The professor was delighted because the improvement of the Cataldo home was upgrading the neighborhood and raising the value of the professor’s home.
After making the last required payment on the contract, John Cataldo became seriously ill and ultimately was taken to a nursing home for care.
When Wizard learned of Cataldo’s illness and confinement, Wizard ceased work on the Cataldo home. Because the outside renovation work had not been completed, the premises began to return to its former rundown condition. The professor ultimately sued Wizard as a third-party beneficiary of the contract between Cataldo and Wizard.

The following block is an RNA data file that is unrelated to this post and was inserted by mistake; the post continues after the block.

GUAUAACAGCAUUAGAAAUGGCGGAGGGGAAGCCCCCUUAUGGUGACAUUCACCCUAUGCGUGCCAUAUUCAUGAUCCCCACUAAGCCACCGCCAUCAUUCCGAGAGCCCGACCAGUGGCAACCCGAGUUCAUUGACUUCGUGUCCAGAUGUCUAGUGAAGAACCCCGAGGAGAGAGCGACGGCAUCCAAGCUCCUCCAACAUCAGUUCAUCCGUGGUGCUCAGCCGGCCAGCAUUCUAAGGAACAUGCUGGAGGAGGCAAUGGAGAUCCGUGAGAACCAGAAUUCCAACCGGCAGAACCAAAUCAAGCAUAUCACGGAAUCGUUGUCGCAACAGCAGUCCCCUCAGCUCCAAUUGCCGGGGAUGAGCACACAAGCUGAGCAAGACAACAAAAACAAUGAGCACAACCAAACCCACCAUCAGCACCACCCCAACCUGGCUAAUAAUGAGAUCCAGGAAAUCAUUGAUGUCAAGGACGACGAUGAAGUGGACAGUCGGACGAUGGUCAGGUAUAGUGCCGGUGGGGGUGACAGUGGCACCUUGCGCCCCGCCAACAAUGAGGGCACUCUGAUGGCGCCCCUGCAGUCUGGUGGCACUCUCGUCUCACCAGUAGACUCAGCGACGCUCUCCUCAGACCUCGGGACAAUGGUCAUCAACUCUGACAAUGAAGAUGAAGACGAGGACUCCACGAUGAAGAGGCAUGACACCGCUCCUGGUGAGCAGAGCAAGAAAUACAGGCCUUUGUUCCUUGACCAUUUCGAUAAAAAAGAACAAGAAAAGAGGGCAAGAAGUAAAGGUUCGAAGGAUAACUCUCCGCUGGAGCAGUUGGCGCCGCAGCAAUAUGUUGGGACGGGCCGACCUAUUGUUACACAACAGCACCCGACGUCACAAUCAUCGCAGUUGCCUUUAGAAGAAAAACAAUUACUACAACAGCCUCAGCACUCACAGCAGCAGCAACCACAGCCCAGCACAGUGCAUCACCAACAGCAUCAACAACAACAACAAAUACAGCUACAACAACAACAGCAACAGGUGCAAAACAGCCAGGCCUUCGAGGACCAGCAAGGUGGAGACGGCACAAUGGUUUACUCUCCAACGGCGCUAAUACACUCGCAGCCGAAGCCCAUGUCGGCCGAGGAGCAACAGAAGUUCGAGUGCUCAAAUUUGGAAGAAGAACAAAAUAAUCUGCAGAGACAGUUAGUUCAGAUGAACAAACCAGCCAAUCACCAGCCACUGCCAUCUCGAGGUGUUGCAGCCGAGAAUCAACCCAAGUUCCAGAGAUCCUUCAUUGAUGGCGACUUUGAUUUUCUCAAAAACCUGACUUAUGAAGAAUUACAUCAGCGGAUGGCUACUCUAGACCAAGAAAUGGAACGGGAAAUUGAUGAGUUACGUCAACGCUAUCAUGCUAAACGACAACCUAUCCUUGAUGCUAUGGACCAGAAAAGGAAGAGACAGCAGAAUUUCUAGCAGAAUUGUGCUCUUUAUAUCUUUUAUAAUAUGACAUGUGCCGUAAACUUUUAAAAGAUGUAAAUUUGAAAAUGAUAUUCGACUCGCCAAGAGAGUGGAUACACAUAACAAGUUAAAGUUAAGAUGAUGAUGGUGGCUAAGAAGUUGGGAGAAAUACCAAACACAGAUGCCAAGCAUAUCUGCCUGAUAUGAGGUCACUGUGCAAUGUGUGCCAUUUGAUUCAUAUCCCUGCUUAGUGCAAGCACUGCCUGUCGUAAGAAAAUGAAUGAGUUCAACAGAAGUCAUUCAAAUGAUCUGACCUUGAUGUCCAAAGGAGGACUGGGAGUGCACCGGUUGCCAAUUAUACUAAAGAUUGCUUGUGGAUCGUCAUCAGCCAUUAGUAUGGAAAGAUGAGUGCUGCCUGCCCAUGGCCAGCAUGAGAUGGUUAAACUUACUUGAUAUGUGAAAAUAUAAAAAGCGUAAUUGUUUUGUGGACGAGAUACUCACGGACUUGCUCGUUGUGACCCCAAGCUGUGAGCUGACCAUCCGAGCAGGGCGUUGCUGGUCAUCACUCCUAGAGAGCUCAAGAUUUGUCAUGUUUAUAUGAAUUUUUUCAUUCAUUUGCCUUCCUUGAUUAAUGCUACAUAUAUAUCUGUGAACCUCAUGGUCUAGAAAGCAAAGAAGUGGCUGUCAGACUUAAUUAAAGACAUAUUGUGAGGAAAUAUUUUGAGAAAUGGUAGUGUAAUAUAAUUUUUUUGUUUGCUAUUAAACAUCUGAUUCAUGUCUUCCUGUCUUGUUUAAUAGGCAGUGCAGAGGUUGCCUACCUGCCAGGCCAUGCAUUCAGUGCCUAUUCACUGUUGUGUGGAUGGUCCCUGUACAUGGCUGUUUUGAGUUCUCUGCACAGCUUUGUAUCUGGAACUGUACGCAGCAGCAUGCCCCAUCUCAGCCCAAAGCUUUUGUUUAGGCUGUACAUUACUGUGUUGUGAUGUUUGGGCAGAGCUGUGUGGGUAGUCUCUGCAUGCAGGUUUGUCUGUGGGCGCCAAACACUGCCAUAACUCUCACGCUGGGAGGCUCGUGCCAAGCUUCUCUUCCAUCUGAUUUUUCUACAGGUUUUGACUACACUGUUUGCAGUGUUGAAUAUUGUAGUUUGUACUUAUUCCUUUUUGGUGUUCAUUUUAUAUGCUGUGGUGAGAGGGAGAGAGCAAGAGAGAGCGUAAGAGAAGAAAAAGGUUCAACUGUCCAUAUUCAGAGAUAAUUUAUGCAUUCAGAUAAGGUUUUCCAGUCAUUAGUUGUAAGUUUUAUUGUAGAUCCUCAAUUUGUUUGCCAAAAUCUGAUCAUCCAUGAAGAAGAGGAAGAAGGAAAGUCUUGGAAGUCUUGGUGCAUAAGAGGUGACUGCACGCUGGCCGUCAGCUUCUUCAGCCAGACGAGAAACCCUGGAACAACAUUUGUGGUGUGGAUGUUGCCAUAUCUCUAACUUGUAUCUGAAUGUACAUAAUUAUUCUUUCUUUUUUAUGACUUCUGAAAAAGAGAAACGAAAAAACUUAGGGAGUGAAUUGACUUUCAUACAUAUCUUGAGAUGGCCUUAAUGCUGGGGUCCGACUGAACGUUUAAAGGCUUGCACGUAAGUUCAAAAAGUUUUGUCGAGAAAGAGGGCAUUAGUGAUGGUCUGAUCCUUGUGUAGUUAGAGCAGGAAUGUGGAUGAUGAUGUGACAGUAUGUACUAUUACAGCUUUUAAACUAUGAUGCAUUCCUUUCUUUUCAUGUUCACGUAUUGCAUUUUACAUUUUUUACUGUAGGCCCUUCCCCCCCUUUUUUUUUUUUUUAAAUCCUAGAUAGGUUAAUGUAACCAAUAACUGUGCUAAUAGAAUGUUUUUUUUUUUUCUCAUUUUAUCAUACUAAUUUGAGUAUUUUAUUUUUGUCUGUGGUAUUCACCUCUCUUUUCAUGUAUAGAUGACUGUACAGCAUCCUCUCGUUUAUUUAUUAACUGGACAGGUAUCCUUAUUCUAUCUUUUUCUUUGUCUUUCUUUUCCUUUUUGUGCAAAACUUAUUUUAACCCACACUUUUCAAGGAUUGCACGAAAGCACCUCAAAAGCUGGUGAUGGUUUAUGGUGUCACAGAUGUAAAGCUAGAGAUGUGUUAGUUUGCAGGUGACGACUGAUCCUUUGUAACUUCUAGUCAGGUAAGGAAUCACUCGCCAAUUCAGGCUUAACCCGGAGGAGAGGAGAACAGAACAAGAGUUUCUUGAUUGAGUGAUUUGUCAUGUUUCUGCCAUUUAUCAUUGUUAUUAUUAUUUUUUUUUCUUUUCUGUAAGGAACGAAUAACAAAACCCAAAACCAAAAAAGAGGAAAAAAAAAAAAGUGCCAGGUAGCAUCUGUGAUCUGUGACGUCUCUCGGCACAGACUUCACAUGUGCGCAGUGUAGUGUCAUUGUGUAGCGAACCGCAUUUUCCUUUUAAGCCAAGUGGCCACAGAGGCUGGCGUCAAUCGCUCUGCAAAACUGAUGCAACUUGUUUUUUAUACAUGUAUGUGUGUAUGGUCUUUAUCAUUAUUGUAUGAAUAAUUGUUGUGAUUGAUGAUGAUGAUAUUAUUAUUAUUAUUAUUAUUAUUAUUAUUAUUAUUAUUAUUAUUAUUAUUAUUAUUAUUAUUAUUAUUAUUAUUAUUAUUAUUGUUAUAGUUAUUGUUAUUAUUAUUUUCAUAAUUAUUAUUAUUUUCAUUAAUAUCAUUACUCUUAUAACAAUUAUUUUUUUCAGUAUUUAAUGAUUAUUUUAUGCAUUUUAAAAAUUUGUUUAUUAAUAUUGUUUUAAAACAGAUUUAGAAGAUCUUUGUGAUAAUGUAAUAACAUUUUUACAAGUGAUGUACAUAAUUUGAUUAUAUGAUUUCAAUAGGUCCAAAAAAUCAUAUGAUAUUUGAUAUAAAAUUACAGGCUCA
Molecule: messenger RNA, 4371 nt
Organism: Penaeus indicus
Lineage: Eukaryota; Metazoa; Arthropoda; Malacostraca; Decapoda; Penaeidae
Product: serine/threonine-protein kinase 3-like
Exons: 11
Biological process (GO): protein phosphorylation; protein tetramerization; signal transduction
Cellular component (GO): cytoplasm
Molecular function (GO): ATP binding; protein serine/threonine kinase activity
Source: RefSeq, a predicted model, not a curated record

Do you think the professor will be successful in his lawsuit against Wizard? Explain in terms of third-party beneficiary law. What is the difference between an “intended” third party beneficiary and an “incidental” third party beneficiary? Who has enforceable rights under the contract?
I would also like you to comment on the case found on page 394 in the Case Summary in your Online Course Resource. Do you agree with the court’s holding? How would you feel if you were a hotel guest that was bitten by a spider?
The post Difference in intended-incidental third party beneficiary/ Business Economics.A professor owned a home next door to a very dilapidated, neglected home. John Cataldo purchased the home next door and made a contract with Wizard Home Improvements for a complete renovation of the property. appeared first on NURSING HOMEWORKS.